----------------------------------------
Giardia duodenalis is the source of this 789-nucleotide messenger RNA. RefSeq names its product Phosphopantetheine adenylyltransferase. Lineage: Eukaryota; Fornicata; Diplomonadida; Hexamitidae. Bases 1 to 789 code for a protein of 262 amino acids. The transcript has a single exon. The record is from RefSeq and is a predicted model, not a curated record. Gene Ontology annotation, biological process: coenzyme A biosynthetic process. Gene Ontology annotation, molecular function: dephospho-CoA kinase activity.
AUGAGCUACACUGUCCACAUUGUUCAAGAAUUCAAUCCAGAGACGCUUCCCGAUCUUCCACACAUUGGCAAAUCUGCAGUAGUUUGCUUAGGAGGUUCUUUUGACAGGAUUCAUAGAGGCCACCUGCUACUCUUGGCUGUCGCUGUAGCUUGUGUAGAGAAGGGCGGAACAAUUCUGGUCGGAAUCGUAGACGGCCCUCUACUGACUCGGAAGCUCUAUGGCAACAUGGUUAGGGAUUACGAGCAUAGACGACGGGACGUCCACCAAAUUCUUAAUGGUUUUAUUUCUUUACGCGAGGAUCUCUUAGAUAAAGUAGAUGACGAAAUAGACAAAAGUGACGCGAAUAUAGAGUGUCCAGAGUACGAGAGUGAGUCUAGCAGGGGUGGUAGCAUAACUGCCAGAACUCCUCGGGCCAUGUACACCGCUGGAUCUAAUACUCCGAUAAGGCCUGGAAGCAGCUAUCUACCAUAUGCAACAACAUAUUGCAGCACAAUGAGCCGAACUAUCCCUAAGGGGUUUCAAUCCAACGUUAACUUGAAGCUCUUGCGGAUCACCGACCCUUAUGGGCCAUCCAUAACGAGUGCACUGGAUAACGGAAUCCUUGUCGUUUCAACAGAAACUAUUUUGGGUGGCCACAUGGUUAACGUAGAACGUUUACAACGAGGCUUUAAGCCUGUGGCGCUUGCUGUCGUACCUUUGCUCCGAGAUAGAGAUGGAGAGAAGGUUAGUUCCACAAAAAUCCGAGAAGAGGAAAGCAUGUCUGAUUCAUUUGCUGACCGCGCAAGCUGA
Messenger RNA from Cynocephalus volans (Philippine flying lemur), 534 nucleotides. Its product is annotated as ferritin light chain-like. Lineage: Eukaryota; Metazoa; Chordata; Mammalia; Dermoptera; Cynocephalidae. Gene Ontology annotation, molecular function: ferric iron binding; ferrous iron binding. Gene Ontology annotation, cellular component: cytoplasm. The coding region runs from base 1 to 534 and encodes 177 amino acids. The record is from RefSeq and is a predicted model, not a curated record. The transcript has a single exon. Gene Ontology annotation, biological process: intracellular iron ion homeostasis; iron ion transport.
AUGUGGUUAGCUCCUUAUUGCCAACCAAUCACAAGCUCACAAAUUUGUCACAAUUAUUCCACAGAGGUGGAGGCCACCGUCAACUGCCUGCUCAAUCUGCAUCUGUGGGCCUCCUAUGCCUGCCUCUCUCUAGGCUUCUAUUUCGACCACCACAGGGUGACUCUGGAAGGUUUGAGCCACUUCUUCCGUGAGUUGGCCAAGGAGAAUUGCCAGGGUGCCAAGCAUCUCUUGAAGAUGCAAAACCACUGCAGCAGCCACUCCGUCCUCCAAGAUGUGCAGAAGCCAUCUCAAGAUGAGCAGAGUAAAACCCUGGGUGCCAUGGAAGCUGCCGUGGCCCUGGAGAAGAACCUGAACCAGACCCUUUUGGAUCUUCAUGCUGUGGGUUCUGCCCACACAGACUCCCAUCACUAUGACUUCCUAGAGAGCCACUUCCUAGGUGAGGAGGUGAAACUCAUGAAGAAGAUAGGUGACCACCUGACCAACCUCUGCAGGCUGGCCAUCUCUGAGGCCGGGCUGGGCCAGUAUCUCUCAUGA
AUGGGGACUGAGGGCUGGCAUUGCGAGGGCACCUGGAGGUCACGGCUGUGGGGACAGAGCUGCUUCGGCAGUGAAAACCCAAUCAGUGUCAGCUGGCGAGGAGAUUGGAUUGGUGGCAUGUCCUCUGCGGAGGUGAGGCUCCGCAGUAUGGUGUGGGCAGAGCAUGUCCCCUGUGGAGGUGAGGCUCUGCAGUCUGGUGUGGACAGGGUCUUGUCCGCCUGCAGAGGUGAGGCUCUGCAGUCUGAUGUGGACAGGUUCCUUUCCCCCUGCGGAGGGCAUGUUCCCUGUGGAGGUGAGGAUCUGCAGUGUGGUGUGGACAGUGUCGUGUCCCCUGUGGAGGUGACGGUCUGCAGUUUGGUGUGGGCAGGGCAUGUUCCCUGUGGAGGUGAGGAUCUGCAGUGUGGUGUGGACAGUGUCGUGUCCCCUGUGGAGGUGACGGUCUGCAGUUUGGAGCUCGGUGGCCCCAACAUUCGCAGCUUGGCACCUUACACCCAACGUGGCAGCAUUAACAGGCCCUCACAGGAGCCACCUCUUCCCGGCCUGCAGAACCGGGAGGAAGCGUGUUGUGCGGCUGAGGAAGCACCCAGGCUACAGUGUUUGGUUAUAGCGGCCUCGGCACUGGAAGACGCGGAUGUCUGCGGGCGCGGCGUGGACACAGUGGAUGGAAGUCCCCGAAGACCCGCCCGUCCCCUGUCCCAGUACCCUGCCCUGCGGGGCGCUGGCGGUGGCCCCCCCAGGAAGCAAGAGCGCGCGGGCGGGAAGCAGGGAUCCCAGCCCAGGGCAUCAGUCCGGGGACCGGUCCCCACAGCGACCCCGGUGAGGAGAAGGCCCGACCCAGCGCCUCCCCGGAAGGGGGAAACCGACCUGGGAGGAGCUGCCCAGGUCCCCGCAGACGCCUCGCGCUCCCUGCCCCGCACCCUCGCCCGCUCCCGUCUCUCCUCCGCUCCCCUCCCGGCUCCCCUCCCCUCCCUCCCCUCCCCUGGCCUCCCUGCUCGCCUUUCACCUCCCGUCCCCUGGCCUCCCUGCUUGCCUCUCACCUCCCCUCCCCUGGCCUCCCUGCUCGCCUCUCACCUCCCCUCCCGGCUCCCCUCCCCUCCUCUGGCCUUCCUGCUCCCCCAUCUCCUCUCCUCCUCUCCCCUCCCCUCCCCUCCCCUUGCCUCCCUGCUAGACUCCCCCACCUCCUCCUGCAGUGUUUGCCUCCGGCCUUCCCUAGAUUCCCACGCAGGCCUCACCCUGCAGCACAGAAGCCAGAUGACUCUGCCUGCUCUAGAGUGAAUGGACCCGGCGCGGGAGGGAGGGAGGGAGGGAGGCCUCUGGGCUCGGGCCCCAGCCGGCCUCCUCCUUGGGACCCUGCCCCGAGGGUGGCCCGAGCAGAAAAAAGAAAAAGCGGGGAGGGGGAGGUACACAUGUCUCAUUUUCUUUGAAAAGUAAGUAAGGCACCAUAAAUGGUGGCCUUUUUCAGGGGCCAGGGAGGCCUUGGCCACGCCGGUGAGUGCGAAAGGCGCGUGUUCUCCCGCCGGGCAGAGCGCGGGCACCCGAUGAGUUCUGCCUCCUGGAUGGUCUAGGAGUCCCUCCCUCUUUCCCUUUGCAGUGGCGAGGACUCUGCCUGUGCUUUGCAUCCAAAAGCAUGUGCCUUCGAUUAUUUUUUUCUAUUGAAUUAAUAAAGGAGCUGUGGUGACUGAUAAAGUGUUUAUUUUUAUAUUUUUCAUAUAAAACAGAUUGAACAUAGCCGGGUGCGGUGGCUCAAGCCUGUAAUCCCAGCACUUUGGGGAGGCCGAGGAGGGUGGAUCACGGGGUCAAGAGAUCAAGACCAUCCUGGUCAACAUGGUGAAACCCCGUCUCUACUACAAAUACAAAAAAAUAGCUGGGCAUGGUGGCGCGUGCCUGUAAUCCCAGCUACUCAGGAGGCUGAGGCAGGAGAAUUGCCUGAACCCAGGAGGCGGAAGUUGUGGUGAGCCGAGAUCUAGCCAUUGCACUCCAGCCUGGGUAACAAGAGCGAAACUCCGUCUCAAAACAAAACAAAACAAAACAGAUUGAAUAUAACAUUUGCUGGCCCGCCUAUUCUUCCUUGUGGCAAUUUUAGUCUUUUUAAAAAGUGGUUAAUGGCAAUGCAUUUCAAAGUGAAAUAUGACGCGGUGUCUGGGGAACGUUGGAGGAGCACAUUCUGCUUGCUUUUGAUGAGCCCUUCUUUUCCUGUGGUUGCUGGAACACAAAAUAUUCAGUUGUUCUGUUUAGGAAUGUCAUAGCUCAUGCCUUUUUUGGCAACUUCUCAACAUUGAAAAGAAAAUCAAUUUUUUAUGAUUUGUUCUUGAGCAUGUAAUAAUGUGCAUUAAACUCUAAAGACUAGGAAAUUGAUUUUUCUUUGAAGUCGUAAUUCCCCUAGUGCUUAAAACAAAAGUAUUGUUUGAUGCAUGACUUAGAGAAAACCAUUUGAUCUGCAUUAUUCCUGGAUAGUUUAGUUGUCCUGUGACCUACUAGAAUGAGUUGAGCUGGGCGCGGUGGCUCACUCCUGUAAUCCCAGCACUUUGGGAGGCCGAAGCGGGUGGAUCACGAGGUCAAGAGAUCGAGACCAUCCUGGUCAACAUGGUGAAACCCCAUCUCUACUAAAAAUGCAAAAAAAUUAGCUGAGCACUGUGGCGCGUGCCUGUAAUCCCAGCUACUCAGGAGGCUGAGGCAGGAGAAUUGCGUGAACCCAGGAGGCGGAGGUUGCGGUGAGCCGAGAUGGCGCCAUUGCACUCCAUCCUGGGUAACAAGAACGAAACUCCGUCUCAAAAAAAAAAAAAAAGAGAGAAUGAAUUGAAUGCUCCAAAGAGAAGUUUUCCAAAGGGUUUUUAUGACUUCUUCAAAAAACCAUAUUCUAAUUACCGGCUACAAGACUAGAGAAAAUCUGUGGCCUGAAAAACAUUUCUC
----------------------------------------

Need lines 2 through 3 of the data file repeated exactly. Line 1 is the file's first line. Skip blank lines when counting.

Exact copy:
AUGAGCUACACUGUCCACAUUGUUCAAGAAUUCAAUCCAGAGACGCUUCCCGAUCUUCCACACAUUGGCAAAUCUGCAGUAGUUUGCUUAGGAGGUUCUUUUGACAGGAUUCAUAGAGGCCACCUGCUACUCUUGGCUGUCGCUGUAGCUUGUGUAGAGAAGGGCGGAACAAUUCUGGUCGGAAUCGUAGACGGCCCUCUACUGACUCGGAAGCUCUAUGGCAACAUGGUUAGGGAUUACGAGCAUAGACGACGGGACGUCCACCAAAUUCUUAAUGGUUUUAUUUCUUUACGCGAGGAUCUCUUAGAUAAAGUAGAUGACGAAAUAGACAAAAGUGACGCGAAUAUAGAGUGUCCAGAGUACGAGAGUGAGUCUAGCAGGGGUGGUAGCAUAACUGCCAGAACUCCUCGGGCCAUGUACACCGCUGGAUCUAAUACUCCGAUAAGGCCUGGAAGCAGCUAUCUACCAUAUGCAACAACAUAUUGCAGCACAAUGAGCCGAACUAUCCCUAAGGGGUUUCAAUCCAACGUUAACUUGAAGCUCUUGCGGAUCACCGACCCUUAUGGGCCAUCCAUAACGAGUGCACUGGAUAACGGAAUCCUUGUCGUUUCAACAGAAACUAUUUUGGGUGGCCACAUGGUUAACGUAGAACGUUUACAACGAGGCUUUAAGCCUGUGGCGCUUGCUGUCGUACCUUUGCUCCGAGAUAGAGAUGGAGAGAAGGUUAGUUCCACAAAAAUCCGAGAAGAGGAAAGCAUGUCUGAUUCAUUUGCUGACCGCGCAAGCUGA
Messenger RNA from Cynocephalus volans (Philippine flying lemur), 534 nucleotides. Its product is annotated as ferritin light chain-like. Lineage: Eukaryota; Metazoa; Chordata; Mammalia; Dermoptera; Cynocephalidae. Gene Ontology annotation, molecular function: ferric iron binding; ferrous iron binding. Gene Ontology annotation, cellular component: cytoplasm. The coding region runs from base 1 to 534 and encodes 177 amino acids. The record is from RefSeq and is a predicted model, not a curated record. The transcript has a single exon. Gene Ontology annotation, biological process: intracellular iron ion homeostasis; iron ion transport.